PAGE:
Hutchinson has always been impressed by Richie's work ethic. She recalls, in particular, his heroics during this January's 20-inch blizzard that paralyzed New York City--but not P.S. 34. "I knew from the weather reports that a big one was coming," says Richie, "so I dug out of my driveway early Sunday night and drove in." When the snow stopped, the school was ready to open. "Where did I sleep?" he adds with a laugh. "In my office, of course."

But Richie has some news. He has just been assigned to maintain a nearby junior high in addition to P.S. 34. In essence, his workload has been doubled with little or no extra help. Hutchinson is understanding. Yet there is no way around the fact that her building's best friend will be spending hours a day at another school. And there's nothing she can do about it.

11:06 a.m.: Today the 13 eight- to 10-year-olds in the special-education class are preparing for a trip to the Museum of Natural History by learning the differences between a plain, a plateau, a hill and a mountain. "What is bigger than a hill?" the teacher wants to know. "A mountain is bigger than a hill," comes the class' singsong reply.

Heading down the hall to another class, Hutchinson has kind words for the teacher, but adds: "The frustration is that for a variety of reasons involving union rules and pure incompetence, she's the fourth teacher those kids have had this year."

12 p.m.: Hutchinson and her teachers have chosen two students from each of the grades, kindergarten through sixth, to work with librarian Lea Prendergast to create the Peace Day magazine. This is their first meeting. Prendergast quickly gets the delighted students settled at two tables and outlines the project. All these students, including the five-year-old kindergartners, will be asked to write a story or poem explaining what Peace Day means to them. They also will invite every student in school to submit stories, drawings or photos. Then, after they have chosen the best material and edited it, they will spend a day at Money working with the staff to produce their magazine. In the end, 500 copies will be published at MONEY's expense, enough for everyone at P.S. 34.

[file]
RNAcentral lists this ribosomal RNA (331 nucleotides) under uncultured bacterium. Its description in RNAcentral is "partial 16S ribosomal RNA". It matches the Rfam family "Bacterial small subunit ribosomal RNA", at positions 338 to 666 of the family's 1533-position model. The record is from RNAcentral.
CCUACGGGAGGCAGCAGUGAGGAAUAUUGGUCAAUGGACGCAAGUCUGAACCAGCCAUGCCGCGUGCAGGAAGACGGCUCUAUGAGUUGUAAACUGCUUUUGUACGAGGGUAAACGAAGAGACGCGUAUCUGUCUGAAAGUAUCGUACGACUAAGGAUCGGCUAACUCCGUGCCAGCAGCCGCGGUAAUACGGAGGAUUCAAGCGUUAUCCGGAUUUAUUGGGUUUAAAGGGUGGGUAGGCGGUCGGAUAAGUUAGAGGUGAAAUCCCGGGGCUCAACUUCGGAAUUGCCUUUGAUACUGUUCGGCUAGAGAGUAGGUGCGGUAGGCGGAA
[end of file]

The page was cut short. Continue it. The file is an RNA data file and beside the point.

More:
After a brief debate, the students decide to name their magazine Harmony. Writing the main cover headline, however, proves trickier. The choices slowly narrow to three: "Peace vs. Violence," "Peace Beats Violence" and "Peaceful Day, Amazing Day!" But no clear consensus emerges. Finally, someone blurts out: "Peace Rules!" Bingo! Everyone smiles.

1:15 p.m.: Over a lunch of ham on white bread, cold fries and milk back in Hutchinson's office, the conversation turns to money and resources. P.S. 34's average class size (about 25), pupil/teacher ratio (16 to 1) and spending per pupil (roughly $6,300) compares favorably to urban public schools around the country, assuming you don't count these kids' special disadvantages.

"Sure, I'd like more than the $350,000 I have under my direct control," says Hutchinson. "And I'm very concerned about the projected 15% budget cut people are talking about for next year. But right now I believe there's money you can tap in the system if you are resourceful." She's particularly proud, for example, of securing funding for two reading teachers and a librarian by sharpening her school's core curriculum and making it a magnet to attract a more balanced racial mix. And of getting $50,000 worth of excellent reading material last year for only $12,000 because the publisher was being acquired. Nonetheless, she adds pointedly: "There's still waste in the system; you can't deny that."

"If you had to choose," she is asked, "which would you want: more money or more freedom from union rules?"

"That very question came up at a big administrators' lunch a couple of months ago," she says. "The overwhelming preference was freedom from union rules."